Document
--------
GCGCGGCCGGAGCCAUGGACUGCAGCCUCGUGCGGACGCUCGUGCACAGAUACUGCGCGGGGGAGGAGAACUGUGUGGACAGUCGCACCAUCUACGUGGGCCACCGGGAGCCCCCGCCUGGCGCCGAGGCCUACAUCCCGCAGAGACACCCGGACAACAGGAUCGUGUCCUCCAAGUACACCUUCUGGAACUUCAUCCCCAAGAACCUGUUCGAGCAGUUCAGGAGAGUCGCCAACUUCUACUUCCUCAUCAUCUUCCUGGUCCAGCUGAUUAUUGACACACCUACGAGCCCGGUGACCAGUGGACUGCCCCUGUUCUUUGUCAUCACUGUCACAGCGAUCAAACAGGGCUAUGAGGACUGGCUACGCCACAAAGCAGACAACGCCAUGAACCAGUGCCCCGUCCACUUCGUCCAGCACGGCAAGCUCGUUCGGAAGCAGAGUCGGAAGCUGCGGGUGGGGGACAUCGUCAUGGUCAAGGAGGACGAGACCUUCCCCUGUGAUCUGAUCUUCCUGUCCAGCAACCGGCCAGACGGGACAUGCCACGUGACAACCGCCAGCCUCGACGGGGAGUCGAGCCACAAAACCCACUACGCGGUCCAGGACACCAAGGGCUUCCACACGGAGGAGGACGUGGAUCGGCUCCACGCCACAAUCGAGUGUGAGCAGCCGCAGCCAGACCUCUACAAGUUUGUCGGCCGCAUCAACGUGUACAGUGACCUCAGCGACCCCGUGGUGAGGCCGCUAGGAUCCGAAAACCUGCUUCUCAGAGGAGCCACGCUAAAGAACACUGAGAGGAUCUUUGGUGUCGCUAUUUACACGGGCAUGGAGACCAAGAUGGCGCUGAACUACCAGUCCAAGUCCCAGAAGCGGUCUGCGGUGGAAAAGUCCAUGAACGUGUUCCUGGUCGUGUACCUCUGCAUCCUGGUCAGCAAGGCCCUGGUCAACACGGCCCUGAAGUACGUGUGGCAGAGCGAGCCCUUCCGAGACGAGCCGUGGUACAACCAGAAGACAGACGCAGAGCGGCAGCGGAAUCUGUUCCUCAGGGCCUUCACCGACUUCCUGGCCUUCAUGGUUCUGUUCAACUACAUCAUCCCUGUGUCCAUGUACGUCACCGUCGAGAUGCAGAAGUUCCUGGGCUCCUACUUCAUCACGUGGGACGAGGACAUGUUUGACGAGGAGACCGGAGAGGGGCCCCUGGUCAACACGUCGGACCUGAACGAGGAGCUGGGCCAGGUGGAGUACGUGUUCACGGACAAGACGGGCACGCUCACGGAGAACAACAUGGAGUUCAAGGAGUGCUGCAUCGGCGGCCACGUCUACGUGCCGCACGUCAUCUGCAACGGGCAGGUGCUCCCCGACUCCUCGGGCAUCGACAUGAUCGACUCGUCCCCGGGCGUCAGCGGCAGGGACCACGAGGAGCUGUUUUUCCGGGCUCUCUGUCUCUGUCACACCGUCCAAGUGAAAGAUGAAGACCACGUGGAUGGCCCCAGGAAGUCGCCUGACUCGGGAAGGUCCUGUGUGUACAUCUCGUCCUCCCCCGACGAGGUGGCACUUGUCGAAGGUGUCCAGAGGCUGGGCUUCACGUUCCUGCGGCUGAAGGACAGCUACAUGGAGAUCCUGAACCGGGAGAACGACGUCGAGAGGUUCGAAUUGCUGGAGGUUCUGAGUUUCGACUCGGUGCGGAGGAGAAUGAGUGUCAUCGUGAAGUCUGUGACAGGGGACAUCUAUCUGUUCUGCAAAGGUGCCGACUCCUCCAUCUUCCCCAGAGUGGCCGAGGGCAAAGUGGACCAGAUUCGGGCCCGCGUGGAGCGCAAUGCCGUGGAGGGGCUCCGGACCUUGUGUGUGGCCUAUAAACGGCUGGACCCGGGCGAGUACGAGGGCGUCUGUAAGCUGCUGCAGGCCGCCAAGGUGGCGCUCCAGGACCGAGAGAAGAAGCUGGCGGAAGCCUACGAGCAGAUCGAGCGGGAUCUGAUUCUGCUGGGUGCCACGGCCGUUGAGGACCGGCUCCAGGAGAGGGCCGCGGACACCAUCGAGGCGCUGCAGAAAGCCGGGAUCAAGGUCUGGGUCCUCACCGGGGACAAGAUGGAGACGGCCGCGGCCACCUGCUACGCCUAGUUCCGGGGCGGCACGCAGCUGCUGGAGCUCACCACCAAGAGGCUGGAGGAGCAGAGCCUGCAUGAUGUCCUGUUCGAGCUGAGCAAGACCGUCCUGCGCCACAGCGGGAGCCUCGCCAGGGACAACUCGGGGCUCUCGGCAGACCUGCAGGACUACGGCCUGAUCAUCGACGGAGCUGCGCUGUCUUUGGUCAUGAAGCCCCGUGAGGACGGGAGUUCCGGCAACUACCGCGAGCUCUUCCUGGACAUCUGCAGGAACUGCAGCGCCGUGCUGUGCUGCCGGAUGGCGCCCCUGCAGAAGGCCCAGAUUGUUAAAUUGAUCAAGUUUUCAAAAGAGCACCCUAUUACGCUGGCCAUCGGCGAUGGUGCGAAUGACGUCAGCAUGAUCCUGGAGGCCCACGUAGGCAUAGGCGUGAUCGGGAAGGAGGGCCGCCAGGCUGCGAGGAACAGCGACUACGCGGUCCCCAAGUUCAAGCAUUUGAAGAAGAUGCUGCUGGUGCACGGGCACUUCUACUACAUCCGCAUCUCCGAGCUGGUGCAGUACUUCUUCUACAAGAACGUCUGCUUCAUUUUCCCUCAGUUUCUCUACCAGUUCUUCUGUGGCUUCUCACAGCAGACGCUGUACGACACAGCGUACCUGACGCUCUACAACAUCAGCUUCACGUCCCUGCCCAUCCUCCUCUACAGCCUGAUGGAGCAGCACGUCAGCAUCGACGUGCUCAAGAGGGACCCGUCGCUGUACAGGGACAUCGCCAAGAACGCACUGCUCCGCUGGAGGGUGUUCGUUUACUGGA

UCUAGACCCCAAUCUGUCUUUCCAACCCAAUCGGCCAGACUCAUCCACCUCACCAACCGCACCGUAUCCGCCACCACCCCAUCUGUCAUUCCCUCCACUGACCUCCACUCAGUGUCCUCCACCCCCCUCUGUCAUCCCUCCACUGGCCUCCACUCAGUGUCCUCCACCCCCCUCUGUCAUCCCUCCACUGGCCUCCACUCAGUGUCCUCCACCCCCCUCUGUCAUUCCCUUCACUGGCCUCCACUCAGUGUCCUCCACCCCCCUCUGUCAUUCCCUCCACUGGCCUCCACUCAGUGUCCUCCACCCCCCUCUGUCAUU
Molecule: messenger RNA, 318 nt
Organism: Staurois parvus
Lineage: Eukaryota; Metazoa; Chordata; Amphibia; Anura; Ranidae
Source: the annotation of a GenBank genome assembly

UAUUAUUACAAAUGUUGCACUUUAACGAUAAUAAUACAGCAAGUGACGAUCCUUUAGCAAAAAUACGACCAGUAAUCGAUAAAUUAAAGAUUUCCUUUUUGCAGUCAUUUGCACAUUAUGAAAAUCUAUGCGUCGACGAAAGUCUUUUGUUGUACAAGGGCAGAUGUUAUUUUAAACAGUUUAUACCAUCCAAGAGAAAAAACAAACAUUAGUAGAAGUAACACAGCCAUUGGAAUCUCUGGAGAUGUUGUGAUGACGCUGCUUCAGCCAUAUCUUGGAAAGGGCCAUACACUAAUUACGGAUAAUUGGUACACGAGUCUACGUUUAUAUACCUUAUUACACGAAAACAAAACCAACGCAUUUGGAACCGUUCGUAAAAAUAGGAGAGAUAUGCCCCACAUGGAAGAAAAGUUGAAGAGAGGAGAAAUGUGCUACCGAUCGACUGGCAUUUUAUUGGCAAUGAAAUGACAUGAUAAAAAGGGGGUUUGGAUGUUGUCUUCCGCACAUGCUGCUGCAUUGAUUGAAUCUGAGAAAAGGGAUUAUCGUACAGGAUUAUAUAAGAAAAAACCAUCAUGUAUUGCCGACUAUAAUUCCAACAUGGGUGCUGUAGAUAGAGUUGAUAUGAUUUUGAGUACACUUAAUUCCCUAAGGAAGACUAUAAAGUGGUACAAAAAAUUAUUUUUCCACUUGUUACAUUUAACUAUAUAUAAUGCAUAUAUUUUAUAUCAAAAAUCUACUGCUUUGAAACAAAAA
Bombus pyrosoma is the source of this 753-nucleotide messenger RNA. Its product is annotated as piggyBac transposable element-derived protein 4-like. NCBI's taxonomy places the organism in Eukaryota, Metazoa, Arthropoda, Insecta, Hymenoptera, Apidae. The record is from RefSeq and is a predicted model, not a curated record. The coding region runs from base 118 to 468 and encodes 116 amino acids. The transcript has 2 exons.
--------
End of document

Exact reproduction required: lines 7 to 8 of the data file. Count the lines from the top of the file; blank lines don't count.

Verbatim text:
UAUUAUUACAAAUGUUGCACUUUAACGAUAAUAAUACAGCAAGUGACGAUCCUUUAGCAAAAAUACGACCAGUAAUCGAUAAAUUAAAGAUUUCCUUUUUGCAGUCAUUUGCACAUUAUGAAAAUCUAUGCGUCGACGAAAGUCUUUUGUUGUACAAGGGCAGAUGUUAUUUUAAACAGUUUAUACCAUCCAAGAGAAAAAACAAACAUUAGUAGAAGUAACACAGCCAUUGGAAUCUCUGGAGAUGUUGUGAUGACGCUGCUUCAGCCAUAUCUUGGAAAGGGCCAUACACUAAUUACGGAUAAUUGGUACACGAGUCUACGUUUAUAUACCUUAUUACACGAAAACAAAACCAACGCAUUUGGAACCGUUCGUAAAAAUAGGAGAGAUAUGCCCCACAUGGAAGAAAAGUUGAAGAGAGGAGAAAUGUGCUACCGAUCGACUGGCAUUUUAUUGGCAAUGAAAUGACAUGAUAAAAAGGGGGUUUGGAUGUUGUCUUCCGCACAUGCUGCUGCAUUGAUUGAAUCUGAGAAAAGGGAUUAUCGUACAGGAUUAUAUAAGAAAAAACCAUCAUGUAUUGCCGACUAUAAUUCCAACAUGGGUGCUGUAGAUAGAGUUGAUAUGAUUUUGAGUACACUUAAUUCCCUAAGGAAGACUAUAAAGUGGUACAAAAAAUUAUUUUUCCACUUGUUACAUUUAACUAUAUAUAAUGCAUAUAUUUUAUAUCAAAAAUCUACUGCUUUGAAACAAAAA
Bombus pyrosoma is the source of this 753-nucleotide messenger RNA. Its product is annotated as piggyBac transposable element-derived protein 4-like. NCBI's taxonomy places the organism in Eukaryota, Metazoa, Arthropoda, Insecta, Hymenoptera, Apidae. The record is from RefSeq and is a predicted model, not a curated record. The coding region runs from base 118 to 468 and encodes 116 amino acids. The transcript has 2 exons.